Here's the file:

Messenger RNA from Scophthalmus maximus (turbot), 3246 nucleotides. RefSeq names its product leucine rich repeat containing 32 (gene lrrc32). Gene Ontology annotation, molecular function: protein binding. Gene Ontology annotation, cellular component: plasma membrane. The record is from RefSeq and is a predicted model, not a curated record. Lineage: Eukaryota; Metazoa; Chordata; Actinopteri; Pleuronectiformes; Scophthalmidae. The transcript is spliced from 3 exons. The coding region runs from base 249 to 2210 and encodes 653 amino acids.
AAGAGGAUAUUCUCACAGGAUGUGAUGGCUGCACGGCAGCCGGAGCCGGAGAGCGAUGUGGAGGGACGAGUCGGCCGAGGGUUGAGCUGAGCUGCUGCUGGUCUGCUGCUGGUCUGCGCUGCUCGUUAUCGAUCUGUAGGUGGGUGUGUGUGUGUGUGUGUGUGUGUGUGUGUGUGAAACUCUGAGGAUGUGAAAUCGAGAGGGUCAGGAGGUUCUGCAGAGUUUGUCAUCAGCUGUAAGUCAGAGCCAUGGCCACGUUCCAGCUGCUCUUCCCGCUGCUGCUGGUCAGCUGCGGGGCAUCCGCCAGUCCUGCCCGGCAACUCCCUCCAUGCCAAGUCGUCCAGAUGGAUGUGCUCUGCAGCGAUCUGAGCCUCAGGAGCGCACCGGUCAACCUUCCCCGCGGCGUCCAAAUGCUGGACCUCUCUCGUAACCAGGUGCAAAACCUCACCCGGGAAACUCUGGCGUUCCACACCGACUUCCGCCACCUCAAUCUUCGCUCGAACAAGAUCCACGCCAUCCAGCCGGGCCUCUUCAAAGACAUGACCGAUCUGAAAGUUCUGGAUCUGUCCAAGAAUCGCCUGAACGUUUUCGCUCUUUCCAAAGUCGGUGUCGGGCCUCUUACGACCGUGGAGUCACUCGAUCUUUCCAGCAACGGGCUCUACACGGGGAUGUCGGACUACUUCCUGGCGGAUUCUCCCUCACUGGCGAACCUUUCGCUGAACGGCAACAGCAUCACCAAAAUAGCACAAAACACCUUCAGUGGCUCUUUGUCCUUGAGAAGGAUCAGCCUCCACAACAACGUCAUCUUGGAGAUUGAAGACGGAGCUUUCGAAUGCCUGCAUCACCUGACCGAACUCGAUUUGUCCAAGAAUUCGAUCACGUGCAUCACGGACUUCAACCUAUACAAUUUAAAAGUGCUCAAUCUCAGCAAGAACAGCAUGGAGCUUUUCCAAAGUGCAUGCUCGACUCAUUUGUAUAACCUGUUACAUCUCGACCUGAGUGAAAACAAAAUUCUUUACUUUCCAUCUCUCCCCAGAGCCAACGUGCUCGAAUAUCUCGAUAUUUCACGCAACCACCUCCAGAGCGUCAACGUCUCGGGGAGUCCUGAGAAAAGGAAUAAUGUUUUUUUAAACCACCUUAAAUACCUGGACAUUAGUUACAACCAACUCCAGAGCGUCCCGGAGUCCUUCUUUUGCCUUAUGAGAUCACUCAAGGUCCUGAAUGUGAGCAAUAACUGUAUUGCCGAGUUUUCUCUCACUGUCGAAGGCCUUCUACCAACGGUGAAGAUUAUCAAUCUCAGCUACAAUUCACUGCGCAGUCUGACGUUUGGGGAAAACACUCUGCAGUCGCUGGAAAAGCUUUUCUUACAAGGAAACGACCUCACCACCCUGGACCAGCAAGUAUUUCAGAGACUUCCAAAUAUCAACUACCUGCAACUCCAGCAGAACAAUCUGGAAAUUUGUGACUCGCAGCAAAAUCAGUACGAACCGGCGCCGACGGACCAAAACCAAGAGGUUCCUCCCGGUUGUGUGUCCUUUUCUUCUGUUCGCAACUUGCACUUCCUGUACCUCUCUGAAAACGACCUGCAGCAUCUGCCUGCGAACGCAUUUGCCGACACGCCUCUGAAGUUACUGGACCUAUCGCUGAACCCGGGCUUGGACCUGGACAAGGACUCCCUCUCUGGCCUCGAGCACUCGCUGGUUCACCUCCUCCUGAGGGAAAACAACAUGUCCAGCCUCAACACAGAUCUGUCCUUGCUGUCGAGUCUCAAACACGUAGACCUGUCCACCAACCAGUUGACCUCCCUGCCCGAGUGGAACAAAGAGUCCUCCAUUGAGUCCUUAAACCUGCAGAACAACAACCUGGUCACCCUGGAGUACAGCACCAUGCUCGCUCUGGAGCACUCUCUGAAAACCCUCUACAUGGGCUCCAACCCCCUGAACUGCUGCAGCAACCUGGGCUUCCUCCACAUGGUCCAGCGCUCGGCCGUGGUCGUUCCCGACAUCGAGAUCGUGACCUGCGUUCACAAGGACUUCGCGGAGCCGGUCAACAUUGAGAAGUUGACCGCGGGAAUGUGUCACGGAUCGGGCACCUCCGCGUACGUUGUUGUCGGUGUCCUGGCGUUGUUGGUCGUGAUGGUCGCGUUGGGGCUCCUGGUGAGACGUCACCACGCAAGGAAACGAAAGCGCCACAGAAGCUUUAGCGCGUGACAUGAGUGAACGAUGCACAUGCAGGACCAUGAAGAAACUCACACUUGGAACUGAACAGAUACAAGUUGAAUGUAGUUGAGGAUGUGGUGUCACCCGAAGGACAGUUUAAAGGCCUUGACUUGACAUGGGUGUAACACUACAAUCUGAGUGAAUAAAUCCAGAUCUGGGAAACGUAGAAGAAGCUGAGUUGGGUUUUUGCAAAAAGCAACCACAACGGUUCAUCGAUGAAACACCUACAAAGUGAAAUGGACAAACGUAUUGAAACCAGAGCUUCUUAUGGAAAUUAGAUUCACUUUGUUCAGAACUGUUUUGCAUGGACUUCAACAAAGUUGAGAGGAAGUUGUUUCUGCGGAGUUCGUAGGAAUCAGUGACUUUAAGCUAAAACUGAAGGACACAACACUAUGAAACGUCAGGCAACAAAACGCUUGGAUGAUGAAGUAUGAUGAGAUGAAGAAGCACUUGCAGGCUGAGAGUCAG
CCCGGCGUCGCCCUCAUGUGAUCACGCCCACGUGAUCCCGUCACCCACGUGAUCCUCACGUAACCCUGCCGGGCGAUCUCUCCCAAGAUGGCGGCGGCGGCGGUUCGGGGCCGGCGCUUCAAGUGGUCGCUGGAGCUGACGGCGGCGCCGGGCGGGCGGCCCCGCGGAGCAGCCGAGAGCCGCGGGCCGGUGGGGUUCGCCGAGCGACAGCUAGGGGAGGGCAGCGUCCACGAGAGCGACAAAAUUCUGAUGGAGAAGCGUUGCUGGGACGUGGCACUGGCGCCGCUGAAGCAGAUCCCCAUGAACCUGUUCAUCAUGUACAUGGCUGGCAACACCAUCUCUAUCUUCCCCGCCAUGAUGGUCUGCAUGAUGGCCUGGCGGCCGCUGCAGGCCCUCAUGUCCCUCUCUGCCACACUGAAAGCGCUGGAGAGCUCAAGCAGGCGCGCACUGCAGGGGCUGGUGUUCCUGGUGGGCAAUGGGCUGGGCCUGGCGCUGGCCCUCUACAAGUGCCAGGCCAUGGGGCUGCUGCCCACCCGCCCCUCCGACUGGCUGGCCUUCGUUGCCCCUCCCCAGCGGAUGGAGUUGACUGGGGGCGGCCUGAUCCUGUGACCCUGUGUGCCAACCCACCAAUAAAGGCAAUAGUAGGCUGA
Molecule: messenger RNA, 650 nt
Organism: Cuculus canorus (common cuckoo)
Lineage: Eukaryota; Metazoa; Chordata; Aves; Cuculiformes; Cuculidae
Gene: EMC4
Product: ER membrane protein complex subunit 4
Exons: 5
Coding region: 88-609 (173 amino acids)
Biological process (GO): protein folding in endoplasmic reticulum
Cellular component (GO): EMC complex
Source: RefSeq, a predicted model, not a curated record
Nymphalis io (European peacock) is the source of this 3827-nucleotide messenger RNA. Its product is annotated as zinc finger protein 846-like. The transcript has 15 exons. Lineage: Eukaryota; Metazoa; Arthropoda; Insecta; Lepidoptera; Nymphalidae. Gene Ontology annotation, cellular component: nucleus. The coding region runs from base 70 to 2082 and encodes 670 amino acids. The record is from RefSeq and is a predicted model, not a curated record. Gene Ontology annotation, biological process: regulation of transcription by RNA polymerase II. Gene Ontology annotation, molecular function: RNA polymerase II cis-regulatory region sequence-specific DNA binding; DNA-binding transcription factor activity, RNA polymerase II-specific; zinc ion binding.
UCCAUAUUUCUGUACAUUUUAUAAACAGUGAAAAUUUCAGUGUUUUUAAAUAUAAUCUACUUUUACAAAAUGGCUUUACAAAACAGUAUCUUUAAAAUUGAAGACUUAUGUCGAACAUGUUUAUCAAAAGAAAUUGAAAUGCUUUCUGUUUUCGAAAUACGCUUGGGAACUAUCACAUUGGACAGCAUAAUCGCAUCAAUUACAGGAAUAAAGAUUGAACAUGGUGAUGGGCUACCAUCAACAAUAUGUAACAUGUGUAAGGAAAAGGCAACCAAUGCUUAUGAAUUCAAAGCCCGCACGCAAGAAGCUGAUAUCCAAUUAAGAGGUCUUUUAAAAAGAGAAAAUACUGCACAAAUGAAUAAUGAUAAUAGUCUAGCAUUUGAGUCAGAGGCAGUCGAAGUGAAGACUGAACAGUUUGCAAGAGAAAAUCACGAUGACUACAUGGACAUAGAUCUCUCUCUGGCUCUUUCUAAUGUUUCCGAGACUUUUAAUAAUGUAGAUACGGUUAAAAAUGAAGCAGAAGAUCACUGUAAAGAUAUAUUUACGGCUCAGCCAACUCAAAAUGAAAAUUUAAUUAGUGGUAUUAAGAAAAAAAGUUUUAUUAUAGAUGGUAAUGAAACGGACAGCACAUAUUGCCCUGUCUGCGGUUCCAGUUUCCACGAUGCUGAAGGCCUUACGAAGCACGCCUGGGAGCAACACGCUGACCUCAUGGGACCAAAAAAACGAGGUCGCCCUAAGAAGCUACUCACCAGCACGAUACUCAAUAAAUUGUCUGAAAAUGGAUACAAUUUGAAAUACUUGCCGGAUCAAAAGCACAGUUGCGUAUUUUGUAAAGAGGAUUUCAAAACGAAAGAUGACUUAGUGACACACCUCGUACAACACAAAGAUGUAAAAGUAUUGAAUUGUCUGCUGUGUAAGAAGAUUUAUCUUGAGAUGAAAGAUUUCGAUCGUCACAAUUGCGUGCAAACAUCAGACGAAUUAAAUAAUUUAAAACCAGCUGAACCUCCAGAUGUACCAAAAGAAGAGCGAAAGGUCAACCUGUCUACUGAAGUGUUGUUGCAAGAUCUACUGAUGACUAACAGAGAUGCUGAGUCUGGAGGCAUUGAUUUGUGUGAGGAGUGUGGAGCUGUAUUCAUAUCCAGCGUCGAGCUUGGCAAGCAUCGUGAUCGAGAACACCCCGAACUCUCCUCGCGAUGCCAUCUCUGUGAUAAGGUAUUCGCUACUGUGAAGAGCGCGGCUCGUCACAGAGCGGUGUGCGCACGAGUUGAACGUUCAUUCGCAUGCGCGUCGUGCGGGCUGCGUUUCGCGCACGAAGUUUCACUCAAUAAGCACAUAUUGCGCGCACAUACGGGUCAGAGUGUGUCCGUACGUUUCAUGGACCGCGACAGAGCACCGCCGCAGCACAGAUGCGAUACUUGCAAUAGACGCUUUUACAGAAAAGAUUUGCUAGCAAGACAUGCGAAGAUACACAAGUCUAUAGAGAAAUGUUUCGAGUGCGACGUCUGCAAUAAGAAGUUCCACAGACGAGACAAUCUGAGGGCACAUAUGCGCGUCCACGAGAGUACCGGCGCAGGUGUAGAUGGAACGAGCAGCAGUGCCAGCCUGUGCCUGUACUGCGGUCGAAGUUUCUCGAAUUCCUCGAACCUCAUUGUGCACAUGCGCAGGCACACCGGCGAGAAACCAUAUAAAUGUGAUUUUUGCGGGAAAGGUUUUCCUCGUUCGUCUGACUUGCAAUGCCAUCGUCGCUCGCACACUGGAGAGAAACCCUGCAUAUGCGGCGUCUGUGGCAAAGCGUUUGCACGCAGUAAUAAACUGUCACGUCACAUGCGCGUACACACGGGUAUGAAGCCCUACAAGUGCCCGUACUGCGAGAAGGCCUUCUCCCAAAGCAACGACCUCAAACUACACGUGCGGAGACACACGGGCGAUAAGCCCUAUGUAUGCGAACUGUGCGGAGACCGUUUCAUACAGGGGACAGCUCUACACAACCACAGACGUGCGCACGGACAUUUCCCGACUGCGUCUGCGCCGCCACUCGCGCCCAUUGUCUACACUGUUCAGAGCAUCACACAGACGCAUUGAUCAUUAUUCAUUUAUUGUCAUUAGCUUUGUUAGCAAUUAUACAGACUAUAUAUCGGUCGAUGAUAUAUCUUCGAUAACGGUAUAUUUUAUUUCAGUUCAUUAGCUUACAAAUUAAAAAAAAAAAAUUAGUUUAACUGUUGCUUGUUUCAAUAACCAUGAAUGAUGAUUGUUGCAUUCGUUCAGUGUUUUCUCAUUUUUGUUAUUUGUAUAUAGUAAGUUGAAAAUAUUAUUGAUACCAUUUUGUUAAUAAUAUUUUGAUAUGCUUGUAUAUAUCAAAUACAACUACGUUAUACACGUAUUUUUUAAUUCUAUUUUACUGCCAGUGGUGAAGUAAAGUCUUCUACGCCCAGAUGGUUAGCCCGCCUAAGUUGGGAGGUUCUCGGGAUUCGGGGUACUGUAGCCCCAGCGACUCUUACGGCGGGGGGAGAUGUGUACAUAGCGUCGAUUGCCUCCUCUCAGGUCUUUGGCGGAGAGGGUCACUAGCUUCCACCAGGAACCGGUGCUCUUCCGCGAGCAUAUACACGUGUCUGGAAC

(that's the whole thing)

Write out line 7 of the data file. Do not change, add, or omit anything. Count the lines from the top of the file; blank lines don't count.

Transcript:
Gene: EMC4